Two comments on my last blog entry asked questions that I thought should be answered in a new entry so that it would be seen by more people, since I expect many people will want to know the answers.
And, in an area that concernes you more directly, whare is the current plan at Sun with those new versions? Will 6.9 or 7.0 make it in Solaris 10 at some point, or will it wait for Solaris 11?
One of the reasons we (X.Org) are doing 6.9 and 7.0 from the same codebase is to allow distributors to move quickly to 6.9, dropping it in their existing build and package setups as a replacement for 6.8.2. They can thus get the new hardware support, bug fixes, and features out to their users with 6.9, and work on migrating their build systems and packaging to 7.0 at their own pace, without worrying about holding their users behind. Hopefully, by the time 7.1 comes out approximately 6 months after 7.0, most distributors will be ready to adopt it.
So for Solaris, we (Sun) will probably take advantage of this, integrating 6.9 into our builds for Solaris Nevada (the development branch for the next full release of Solaris), and then once it's had some "soak time" there to shake out any issues, will backport that into the next available Solaris 10 Update Release (which will also involve building patches for earlier Solaris 10 releases, as you can see today with the patches to upgrade Solaris 10 from Xorg 6.8.0 to 6.8.2 which we produced in order to include 6.8.2 in Solaris 10 Update 1). It's too early to say exactly which update release that will happen in, as it depends on various schedules and priorities that aren't fully set yet.
Once that's in place, then we'll look at moving to the 7.0 build system. I'm tempted to use this migration as an opportunity to also move our customized build and packaging systems for X in Solaris to one more like those used in other Solaris consolidations such as the OS/Networking sources already released via OpenSolaris, or possibly to the RPM-inspired pkgbuild used by Sun's Java Desktop System teams, to reduce the number of build/packaging systems that people need to learn.
Andrew Watkins posted:
I am wondering what Sun will do about X.org on Sparc. I have not played with x86, but I beleive that X.org is better than Xsun and may even solve the memory leaks (500M currently) Any thoughts or is it X.org for x86 and Xsun for Sparc!
To answer this, it may help to understand some history. The group I work in at Sun is responsible for the core X technologies - the server, libraries, and clients. Before we shipped Xorg, we didn't ship any of the video card "driver" modules (except for really old cards - the only one left in our Xsun tree today is cg6, the last of the Sbus graphics). The SPARC hardware organization that produces the graphics cards for SPARC workstations makes the drivers for them, the Sun Ray group provides their modules as part of the Sun Ray Server Software, and the x86 platform driver team delivered the x86 modules for Xsun. With Xorg, we've worked with the x86 group so that we just ship the x86 drivers out of the open source tree builds we do. Unfortunately, the open source tree doesn't contain any drivers for modern SPARC graphics cards (I haven't dug out an old enough system, but think it could work on Solaris SPARC with the suncg6 driver in the Xorg source), nor for Sun Ray, so Xorg isn't useful on SPARC yet. Our group is working with the Sun Ray & SPARC graphics groups to try to change this in the future, but I can't say how long it will take for those groups to be ready to ship.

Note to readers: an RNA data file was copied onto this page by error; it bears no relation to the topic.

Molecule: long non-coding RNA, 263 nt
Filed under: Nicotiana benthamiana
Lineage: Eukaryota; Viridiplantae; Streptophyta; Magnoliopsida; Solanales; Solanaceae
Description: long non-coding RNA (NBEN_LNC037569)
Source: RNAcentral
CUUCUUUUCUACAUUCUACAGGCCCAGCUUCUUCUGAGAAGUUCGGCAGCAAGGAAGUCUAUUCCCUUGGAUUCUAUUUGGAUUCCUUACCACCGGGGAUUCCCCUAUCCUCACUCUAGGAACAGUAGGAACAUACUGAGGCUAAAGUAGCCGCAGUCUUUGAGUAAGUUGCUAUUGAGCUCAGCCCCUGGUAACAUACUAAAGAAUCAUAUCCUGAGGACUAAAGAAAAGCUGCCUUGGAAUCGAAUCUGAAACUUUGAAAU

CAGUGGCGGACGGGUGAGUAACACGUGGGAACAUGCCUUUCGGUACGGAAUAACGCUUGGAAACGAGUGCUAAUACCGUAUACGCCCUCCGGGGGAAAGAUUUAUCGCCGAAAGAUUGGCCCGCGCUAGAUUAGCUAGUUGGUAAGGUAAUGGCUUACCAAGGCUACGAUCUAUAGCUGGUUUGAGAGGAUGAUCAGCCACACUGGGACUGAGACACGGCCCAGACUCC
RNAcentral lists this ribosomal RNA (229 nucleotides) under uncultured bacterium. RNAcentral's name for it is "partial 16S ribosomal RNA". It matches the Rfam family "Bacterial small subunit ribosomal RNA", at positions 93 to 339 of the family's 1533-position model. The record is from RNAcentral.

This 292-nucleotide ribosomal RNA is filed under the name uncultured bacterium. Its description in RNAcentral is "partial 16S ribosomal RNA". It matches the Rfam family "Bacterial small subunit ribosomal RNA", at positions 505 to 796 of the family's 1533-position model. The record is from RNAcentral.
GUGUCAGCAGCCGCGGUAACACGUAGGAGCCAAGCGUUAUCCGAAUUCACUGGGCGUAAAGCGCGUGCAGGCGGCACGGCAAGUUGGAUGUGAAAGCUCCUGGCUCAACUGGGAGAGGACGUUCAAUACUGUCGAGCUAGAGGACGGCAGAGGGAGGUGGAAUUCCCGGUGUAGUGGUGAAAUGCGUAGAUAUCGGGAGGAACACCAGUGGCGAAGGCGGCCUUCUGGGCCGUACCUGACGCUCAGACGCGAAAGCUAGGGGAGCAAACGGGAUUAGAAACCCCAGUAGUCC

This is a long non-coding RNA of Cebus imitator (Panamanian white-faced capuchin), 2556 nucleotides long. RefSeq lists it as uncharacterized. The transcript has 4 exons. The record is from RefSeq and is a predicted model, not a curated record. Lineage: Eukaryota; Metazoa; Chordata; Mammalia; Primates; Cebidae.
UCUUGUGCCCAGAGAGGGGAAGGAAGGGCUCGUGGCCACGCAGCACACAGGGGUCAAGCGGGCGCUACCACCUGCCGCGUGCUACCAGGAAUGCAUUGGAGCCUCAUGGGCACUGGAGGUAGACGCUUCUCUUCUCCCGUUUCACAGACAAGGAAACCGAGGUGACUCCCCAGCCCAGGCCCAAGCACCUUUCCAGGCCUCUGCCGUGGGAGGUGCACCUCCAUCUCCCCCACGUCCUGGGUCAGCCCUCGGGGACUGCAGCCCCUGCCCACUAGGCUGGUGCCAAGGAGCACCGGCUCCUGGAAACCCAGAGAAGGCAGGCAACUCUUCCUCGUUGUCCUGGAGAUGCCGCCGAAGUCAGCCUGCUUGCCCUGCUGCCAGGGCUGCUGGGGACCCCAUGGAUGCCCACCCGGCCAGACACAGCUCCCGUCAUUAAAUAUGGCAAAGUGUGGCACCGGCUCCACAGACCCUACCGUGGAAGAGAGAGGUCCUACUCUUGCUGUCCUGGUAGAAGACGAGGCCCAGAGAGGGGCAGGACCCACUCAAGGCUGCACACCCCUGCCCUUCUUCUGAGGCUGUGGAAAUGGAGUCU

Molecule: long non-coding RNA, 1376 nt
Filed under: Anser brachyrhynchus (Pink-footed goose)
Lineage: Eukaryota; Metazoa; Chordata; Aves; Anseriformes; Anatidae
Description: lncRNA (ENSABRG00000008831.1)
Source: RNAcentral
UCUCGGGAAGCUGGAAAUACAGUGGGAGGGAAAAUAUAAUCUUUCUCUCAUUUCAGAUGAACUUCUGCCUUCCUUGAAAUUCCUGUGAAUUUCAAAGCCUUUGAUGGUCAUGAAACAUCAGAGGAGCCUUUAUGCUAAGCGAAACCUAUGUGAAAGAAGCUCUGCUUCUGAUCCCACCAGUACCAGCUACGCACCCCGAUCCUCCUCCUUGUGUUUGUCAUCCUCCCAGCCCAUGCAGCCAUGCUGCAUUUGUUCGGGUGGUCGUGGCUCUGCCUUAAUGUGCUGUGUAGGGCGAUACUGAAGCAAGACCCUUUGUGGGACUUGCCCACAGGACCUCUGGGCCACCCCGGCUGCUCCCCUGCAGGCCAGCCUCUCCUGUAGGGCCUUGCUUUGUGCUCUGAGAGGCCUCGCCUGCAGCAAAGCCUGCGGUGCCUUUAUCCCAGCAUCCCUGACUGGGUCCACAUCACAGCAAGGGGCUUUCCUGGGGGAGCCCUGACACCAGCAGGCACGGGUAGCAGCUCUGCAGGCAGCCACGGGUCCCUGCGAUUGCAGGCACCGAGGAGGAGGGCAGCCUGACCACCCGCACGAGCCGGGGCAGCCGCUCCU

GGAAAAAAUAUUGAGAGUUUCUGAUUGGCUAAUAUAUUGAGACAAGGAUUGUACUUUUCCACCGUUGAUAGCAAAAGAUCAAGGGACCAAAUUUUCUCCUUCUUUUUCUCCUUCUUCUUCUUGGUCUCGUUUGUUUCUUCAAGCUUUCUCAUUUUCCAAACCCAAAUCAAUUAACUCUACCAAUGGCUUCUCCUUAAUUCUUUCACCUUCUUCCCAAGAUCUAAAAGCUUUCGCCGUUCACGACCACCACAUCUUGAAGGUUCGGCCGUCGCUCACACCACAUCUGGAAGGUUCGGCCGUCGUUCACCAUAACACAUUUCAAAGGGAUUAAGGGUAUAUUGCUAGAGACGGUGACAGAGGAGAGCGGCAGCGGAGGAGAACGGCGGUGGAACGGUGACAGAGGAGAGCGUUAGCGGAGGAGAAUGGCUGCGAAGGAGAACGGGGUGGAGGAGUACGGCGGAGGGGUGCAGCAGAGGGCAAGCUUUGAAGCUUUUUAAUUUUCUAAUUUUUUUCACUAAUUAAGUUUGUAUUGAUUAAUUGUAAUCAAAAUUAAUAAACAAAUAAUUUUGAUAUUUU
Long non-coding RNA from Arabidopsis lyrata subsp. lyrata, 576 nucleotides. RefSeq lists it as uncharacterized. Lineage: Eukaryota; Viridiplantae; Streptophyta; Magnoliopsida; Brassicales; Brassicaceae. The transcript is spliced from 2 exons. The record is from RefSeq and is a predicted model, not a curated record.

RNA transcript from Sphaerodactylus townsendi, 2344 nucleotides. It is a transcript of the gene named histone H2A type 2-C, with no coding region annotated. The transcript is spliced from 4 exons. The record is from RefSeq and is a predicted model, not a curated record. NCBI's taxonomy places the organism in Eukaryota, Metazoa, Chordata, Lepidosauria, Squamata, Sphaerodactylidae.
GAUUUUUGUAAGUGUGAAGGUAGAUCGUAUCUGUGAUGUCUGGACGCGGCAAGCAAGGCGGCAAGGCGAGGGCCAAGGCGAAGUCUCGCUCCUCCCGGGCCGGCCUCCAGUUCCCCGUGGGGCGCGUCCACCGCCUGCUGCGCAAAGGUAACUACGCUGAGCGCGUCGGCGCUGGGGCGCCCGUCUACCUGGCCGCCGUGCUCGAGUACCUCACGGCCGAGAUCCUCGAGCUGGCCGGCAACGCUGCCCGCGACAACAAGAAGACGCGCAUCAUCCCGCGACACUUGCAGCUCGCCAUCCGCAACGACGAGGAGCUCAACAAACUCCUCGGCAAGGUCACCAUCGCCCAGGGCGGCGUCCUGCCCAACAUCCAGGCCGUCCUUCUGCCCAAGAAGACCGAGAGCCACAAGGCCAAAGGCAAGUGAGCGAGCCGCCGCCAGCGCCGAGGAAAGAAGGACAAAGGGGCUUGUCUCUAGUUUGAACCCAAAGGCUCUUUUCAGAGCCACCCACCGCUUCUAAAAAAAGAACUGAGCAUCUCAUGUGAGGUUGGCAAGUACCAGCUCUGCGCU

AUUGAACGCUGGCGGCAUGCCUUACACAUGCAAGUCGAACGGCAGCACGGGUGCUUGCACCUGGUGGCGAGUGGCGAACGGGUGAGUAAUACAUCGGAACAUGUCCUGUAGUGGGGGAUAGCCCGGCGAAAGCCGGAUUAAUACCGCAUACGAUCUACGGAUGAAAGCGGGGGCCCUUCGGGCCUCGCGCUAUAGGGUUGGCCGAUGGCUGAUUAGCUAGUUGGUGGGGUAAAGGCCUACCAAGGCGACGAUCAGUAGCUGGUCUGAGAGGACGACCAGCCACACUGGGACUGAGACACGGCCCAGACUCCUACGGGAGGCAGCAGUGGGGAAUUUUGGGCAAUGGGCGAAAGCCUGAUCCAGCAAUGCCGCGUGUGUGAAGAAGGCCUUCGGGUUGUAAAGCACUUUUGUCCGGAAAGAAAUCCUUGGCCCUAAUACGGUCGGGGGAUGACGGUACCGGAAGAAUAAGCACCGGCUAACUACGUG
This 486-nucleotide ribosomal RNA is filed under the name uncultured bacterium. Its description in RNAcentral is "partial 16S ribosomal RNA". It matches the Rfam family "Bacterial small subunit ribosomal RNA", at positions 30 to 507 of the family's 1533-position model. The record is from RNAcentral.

We would like to see Xorg available on all Solaris desktops, and believe it will bring both improved performance and new features - some already here, like dynamic desktop resizing, some still in the future, like Project Looking Glass - but Xsun is still important to us and many of our users. At this point, I'm not aware of any sizable memory leaks in Xsun that haven't been fixed (though the patches are still being tested for a recent fix, for pixmap leaks in Xinerama mode on Sun Rays, so you probably haven't seen those yet). If there are still leaks of a large size in Xsun, we want to know so we can fix them - but be warned that most reports of X server memory leaks turn out to be from one of two misunderstandings of X. Due to the way video card memory is mapped in X, X servers often appear in 'ps' and the like as using much more memory than the actual RAM or swap space used. On Solaris, you can use pmap to look at the various memory mappings to see which are from video cards and which are actual allocations. The other issue is that clients allocate space in the server for things like pixmaps, and the server can't free it up until the client either releases it or exits, so the "leak" could be in a long-running client, such as your web browser. The xrestop program can be used with Xsun on Solaris 9 or 10 (or on recent XFree86 and Xorg releases on other OS'es) to see how much each client has allocated.
And while I'm on that topic, in just over a week I'll be giving a talk on how to use tools like xrestop, xscope, dtrace, etc. to help track down issues with X clients at the 2005 Desktop Developer's Conference. Since I'm running on my usual schedule (a bit late, but I am on vacation this week), I haven't gotten it all put together yet, so if anyone wants to suggest additional tools to cover, or things you want to know how to observe in X server/client interactions, now would be an excellent time to drop me an e-mail or leave a comment here.